To be sure, Russia is suffering. Various Russian and international forecasts predict Russian GDP will shrink by 10 per cent this year. Russia’s central bank is hobbled by the sanctions on its foreign exchange reserves and Western companies are leaving in droves (though Russian companies are picking up some of those discarded assets at fire sale prices). But the country is not suffering enough to be motivated to end the war to save its economy. That may change, but probably not anytime soon.

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Charting the Global Economy: Factories Slow Down From US to Asia – BNN

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(Bloomberg) — Sign up for the New Economy Daily newsletter, follow us @economics and subscribe to our podcast.

Manufacturing from the US to Asia is very much in a slowdown as factories continue to struggle with supply snarls, labor shortages and elevated materials costs.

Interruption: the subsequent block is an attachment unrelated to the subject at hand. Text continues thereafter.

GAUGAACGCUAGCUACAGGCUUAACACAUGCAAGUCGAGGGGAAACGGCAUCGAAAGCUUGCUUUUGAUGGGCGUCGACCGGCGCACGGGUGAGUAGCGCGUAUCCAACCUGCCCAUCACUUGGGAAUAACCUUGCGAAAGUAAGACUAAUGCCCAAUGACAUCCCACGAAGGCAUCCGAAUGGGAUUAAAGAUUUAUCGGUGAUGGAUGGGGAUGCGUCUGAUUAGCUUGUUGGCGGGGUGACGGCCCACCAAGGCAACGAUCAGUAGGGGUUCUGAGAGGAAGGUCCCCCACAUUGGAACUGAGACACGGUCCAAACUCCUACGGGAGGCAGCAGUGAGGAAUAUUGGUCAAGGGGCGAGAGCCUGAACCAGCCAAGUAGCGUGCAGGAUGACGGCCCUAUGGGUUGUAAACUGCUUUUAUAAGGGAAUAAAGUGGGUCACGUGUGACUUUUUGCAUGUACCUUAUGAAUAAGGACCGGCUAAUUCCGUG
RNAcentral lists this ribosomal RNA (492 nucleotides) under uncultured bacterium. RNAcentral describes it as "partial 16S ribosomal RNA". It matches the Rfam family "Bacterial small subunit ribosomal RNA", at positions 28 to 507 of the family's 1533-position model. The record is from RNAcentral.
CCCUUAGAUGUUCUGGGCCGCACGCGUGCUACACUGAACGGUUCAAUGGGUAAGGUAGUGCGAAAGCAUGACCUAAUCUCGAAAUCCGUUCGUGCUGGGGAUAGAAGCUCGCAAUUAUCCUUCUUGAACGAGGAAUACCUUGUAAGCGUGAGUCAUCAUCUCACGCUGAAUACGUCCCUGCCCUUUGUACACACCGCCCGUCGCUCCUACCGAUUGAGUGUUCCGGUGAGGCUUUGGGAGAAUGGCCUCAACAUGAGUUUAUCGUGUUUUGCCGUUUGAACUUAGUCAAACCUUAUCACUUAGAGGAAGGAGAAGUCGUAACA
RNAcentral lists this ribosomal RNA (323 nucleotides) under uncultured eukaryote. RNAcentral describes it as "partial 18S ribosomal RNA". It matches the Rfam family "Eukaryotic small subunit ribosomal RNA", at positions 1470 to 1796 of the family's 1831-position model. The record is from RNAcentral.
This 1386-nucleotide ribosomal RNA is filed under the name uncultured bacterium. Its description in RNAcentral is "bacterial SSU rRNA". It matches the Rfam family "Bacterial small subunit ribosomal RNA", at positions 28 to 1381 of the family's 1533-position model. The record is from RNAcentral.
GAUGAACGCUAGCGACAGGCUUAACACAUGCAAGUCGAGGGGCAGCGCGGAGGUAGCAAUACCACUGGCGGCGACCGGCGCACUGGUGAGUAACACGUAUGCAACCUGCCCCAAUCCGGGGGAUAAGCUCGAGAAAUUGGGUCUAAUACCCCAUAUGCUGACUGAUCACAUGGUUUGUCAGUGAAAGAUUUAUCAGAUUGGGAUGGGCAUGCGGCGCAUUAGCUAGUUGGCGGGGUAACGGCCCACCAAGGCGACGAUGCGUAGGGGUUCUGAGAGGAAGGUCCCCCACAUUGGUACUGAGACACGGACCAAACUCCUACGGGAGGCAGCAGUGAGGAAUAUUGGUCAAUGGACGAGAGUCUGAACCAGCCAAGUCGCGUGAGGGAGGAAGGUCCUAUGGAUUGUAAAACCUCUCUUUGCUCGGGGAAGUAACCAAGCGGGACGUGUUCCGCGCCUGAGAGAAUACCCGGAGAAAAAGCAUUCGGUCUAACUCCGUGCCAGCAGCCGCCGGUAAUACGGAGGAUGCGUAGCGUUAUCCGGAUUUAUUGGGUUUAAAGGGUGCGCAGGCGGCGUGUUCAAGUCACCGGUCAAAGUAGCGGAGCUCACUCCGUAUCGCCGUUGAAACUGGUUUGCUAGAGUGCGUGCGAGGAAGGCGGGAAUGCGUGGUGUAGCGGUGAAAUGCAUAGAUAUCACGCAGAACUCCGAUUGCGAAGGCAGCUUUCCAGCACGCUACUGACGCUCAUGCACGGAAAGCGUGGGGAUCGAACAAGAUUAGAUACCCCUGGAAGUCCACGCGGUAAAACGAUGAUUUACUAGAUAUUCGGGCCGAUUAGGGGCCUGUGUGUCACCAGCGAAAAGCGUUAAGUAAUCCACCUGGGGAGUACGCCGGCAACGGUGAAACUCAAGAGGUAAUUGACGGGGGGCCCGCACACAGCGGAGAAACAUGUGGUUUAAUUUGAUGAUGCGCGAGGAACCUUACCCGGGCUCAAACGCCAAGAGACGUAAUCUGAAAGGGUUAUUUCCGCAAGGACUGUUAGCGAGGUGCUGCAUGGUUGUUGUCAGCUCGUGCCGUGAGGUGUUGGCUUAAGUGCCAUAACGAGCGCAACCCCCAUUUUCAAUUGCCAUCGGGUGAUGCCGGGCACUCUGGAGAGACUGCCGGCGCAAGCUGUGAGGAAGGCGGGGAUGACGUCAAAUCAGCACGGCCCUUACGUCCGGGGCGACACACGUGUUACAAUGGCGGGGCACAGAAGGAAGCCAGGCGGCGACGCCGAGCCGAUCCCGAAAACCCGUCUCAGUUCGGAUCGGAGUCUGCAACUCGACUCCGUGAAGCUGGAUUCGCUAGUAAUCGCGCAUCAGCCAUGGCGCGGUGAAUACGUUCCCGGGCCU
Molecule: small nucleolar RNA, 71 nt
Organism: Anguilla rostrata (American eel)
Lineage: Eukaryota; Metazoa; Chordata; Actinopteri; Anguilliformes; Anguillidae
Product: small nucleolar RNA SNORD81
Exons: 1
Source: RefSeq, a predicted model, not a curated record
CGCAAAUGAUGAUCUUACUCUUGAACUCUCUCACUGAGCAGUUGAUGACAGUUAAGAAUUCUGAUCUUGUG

A measure of US manufacturing activity weakened in June to a two-year low, and several regional Federal Reserve surveys indicated business activity shrank. Factory purchasing managers’ gauges across Asia eased, with South Korea, Thailand and India among those showing the biggest declines, according to S&P Global.

Similar indexes in Poland, Spain and Italy also showed weaker activity compared to May.

Here are some of the charts that appeared on Bloomberg this week on the latest developments in the global economy:

US